Do Ben & Jerry Smoke Weed?

Longtime friends Ben Cohen and Jerry Greenfield opened their first ice cream scoop shop in a renovated gas station in Burlington, Vermont after taking a $5 ice cream-making course from Pennsylvania State University’s Creamery. Then, by 1980 they rented another space in Burlington to start packaging their ice cream in pints with the intent of distributing to grocery and local stores. The following year, the demand for their ice cream continued to rise, so they opened their first franchised scoop shop in Shelburne, Vermont. By the ‘90s, Ben & Jerry’s had become a successful business, earning them the “U.S. Small Business Persons of the Year” award from President Reagan. 

Before Ben and Jerry became these ice cream giants that they are now, they were typical boys growing up in Queens, New York, “We were the two slowest, fattest kids in gym class. There was the whole class running around the track, and then half a lap behind there were two guys. So we were connected from the beginning.” In addition to going door-to-door asking neighbors if they’d invest in their ice cream company, Ben and Jerry were the town marijuana dealers. Music producer Justin Nealis recalls growing up with them in the same town, “Ben and Jerry, the ice cream guys, they were like weed dealers in high school… But they were crazy entrepreneurs and crazy stoners and just started fuckin' with making ice cream in their crib!” Then years later, when they were asked if they’d ever incorporate cannabis into their ice cream, Jerry confirmed their history, “Ben and I have had previous experiences, you know, with substances and you know, I think legalizing marijuana is a wonderful thing, rather than putting people in jail for not hurting anybody else.” They even have some flavors that sound cannabis-infused including “Half Baked”, “Satisfy my Bowl”, and “Late Night Snack”, so maybe cannabis-infused Ben & Jerry’s isn’t so far off.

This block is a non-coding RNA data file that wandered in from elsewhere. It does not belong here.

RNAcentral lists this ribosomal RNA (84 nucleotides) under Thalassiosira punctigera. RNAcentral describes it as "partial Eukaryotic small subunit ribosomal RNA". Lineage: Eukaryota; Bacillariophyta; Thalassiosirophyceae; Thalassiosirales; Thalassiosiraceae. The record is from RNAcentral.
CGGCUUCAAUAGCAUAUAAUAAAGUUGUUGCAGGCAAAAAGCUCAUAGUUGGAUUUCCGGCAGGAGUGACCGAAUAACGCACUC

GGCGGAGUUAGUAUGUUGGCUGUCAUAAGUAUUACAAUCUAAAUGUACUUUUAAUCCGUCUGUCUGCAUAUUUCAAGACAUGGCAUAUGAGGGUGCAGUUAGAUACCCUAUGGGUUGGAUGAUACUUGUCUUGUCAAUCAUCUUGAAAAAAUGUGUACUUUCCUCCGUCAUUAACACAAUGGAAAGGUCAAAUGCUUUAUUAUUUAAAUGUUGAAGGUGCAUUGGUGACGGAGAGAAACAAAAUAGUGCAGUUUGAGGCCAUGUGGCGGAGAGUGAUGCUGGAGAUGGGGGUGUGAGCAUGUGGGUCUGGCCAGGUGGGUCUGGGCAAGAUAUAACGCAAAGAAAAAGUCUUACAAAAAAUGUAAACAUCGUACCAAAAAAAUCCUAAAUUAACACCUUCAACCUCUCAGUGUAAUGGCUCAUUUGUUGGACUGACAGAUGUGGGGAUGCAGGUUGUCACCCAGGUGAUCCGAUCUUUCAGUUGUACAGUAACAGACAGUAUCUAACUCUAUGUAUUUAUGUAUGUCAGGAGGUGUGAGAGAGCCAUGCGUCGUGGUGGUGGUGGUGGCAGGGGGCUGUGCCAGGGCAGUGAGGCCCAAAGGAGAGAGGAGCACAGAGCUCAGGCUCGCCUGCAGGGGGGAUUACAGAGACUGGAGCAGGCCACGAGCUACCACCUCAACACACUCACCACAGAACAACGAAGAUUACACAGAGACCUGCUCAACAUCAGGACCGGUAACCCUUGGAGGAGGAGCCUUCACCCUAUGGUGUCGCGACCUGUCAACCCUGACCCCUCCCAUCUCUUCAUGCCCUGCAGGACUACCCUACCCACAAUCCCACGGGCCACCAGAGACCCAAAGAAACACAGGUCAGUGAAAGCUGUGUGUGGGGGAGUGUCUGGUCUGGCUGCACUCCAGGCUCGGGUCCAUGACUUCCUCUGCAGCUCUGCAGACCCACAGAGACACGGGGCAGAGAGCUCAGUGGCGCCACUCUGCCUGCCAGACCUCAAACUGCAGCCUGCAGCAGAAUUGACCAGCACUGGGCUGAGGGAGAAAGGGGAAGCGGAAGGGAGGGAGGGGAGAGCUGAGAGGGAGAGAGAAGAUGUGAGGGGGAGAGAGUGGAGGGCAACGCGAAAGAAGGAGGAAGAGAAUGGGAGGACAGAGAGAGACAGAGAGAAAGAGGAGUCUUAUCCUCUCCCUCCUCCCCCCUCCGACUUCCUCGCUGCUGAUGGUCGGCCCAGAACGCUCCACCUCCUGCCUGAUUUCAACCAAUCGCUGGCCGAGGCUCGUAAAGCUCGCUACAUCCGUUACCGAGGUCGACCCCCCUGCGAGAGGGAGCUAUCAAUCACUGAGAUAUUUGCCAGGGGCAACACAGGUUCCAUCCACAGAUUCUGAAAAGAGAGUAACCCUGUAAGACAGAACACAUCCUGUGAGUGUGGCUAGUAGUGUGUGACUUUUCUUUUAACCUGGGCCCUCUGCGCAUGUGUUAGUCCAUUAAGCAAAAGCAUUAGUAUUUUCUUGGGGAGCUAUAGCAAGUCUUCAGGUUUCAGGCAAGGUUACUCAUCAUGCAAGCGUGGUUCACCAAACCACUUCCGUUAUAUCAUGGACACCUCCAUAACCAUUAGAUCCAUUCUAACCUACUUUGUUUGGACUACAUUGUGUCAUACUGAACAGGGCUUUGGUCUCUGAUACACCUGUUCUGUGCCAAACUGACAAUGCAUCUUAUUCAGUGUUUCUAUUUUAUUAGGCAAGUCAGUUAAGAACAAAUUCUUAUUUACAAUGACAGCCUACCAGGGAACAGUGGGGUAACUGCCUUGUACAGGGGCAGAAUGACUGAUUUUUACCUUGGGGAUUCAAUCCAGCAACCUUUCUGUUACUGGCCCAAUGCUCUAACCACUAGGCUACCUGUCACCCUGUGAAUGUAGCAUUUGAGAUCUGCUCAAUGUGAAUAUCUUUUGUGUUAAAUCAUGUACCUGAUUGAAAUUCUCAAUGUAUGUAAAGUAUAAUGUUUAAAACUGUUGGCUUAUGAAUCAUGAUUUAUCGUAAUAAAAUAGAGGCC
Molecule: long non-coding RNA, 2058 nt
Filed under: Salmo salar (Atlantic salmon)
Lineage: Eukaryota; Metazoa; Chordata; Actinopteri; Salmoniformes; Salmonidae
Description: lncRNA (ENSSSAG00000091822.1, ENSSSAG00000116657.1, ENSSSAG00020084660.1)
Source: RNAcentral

If you want to understand just how bad the opioid crisis has gotten, just ask Philippe Lucas - a cannabis researcher, who is also the Vice President of Global Patient Research and Access for the Canadian cannabis producer Tilray. "You have a higher chance of dying of opioids than being in a car accident," Lucas told delegates last Tuesday at the 2019 World Cannabis Congress. That's why medical professionals are desperate to find a safer alternative to opioids.

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